A-type currents were isolated by taking advantage of their sensitivity to holding potential (Connor and Stevens, 1971a; Neher, 1971). From hyperpolarized membrane potentials, depolarizing voltage steps evoked both rapidly and slowly inactivating currents (Fig.2 A). From more positive holding potentials (approximately −50), depolarizing steps evoked only slowly inactivating currents (Fig. 2 B). Subtraction of the currents evoked at depolarized potentials from those evoked from more hyperpolarized potentials isolated a rapidly inactivating, A-type current (Fig. 2 C). The inset is a graph showing the currents on a faster time scale. A plot of the mean normalized peak chord conductances as a function of membrane voltage for a sample of neurons is shown in Figure 2 D. These data were well fit with a Boltzmann function, having a half-activation voltage of −27.2 mV and a slope factor of 14.7 mV.
The steady-state voltage dependence of inactivation was studied by applying conditioning steps (1.4 sec) to membrane potentials between −120 and −30 mV before a test step to 0 mV. As shown in Figure3 A, depolarizing steps diminished the transient currents evoked by the test step. A plot of mean normalized peak current amplitude as a function of conditioning voltage for a sample of neurons is shown in Figure 3 B. These data were well fit with a single Boltzmann function having a half-inactivation voltage of −93.5 mV and a slope factor of 7.5 mV (Fig. 3 B). Also shown is the Boltzmann fit of the activation data (Fig. 2 D), illustrating the complementary voltage dependence of the two processes. It can also be seen that there is a small window current for this conductance near the expected resting membrane potential (approximately −65 mV) (Wilson et al., 1990).
Although many of the channels formed from cloned A-type subunits have similar activation and inactivation voltage dependence, the rates at which these channels inactivate or recover from inactivation are frequently quite different (Pongs, 1993; Deal et al., 1996). Inactivation kinetics are also crucial to the functional role played by A-type currents (Rogawski, 1985; Huguenard and McCormick, 1992). As a consequence, the development and recovery of A-type inactivation were characterized. The development of inactivation at depolarized membrane potentials was studied in two complementary ways. First, the inactivating phase of A-type currents (isolated by a subtraction protocol; Fig. 2) was fit with a decaying exponential function (Fig.4 A). At potentials above −40 mV, currents were well fit with a single exponential, having a time constant of 20–25 msec. A plot of mean inactivation time constants as a function of test voltage is shown in Figure4 B. As has been described previously for certain classes of A-type current, the development of inactivation slowed modestly with increasing voltage. A potential complication of these experiments is that the subtraction procedure may not have completely isolated the A-type current. An alternative strategy that takes advantage of the rapid activation kinetics of the A-type current is to use a two-step protocol in which the duration of the conditioning prepulse is systematically varied (Fig. 4 C). Current amplitudes were measured at times expected of the peak A current based on the initial test step. A plot of current amplitude as a function of prepulse duration was consistently well fit, with a single decreasing exponential having a time constant very close to that obtained by fitting the decay of currents during a single test step (Fig.4 D). The inset is a box plot summary of the inactivation time constants obtained from a sample of neurons.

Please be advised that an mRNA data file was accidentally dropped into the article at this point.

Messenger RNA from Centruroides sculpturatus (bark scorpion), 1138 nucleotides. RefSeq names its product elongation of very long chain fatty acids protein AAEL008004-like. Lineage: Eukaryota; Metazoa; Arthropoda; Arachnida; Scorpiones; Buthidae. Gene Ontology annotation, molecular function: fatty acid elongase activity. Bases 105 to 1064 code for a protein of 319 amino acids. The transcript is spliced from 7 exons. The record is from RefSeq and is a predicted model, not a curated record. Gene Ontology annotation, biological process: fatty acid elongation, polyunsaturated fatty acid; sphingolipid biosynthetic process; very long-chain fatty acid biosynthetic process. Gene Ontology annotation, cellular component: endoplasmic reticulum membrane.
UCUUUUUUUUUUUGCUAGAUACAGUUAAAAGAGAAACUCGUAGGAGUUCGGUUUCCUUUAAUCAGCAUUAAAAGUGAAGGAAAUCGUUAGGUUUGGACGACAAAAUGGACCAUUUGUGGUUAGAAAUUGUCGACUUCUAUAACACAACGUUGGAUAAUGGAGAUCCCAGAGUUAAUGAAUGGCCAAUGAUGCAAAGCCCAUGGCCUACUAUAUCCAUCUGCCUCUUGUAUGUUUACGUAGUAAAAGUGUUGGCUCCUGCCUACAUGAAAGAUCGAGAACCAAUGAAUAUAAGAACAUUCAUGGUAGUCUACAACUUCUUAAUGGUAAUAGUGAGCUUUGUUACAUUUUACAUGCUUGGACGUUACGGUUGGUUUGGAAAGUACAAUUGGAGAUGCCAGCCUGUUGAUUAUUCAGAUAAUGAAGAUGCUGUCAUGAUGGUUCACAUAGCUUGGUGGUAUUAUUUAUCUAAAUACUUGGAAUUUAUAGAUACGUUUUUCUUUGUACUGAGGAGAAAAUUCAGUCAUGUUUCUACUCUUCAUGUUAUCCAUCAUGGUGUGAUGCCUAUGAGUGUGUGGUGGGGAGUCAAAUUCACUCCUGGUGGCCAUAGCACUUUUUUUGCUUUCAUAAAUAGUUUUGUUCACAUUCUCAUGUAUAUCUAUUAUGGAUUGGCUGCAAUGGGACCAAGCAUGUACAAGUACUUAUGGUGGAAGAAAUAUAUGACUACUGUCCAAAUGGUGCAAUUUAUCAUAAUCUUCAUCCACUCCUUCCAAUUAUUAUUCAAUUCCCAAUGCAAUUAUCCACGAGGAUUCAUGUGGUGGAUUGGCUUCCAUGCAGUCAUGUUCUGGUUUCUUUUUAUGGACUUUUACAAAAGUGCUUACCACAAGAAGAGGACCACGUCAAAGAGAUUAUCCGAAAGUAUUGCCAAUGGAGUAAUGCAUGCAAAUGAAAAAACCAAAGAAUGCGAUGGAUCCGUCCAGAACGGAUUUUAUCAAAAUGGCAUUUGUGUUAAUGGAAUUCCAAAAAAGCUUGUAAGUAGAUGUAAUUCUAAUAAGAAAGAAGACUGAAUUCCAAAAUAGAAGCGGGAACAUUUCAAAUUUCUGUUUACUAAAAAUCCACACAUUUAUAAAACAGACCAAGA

The recovery from inactivation was studied by first inactivating A-type channels by holding at −40 mV and then stepping to hyperpolarized membrane potentials for increasing durations before a test step (Fig.4 E). Plots of peak current as a function of prepulse duration were well fit only with a sum of exponential functions (Fig.4 F). In our sample of interneurons, the smaller recovery time constant was between 10 and 20 msec, whereas the slower component of recovery was typically between 200 and 400 msec (Fig.4 F, inset).
Cd2+ dramatically shifts the voltage dependence and kinetics of the A-type current
In all of the experiments described in Figures 2-4, K+ currents were isolated by blocking Na+ currents with tetrodotoxin and eliminating Ca2+ currents by removing extracellular Ca2+ and replacing it with Mg2+. However, removing extracellular Ca2+ typically shortened the duration of recordings. Another commonly used strategy to eliminate Ca2+ currents that does not shorten recording times is to block Ca2+ channels with Cd2+ (200–400 μm). Although the addition of Cd2+ to the extracellular solution effectively blocked Ca2+ channel currents, it had dramatic effects on the voltage dependence and kinetics of the transient K+ currents.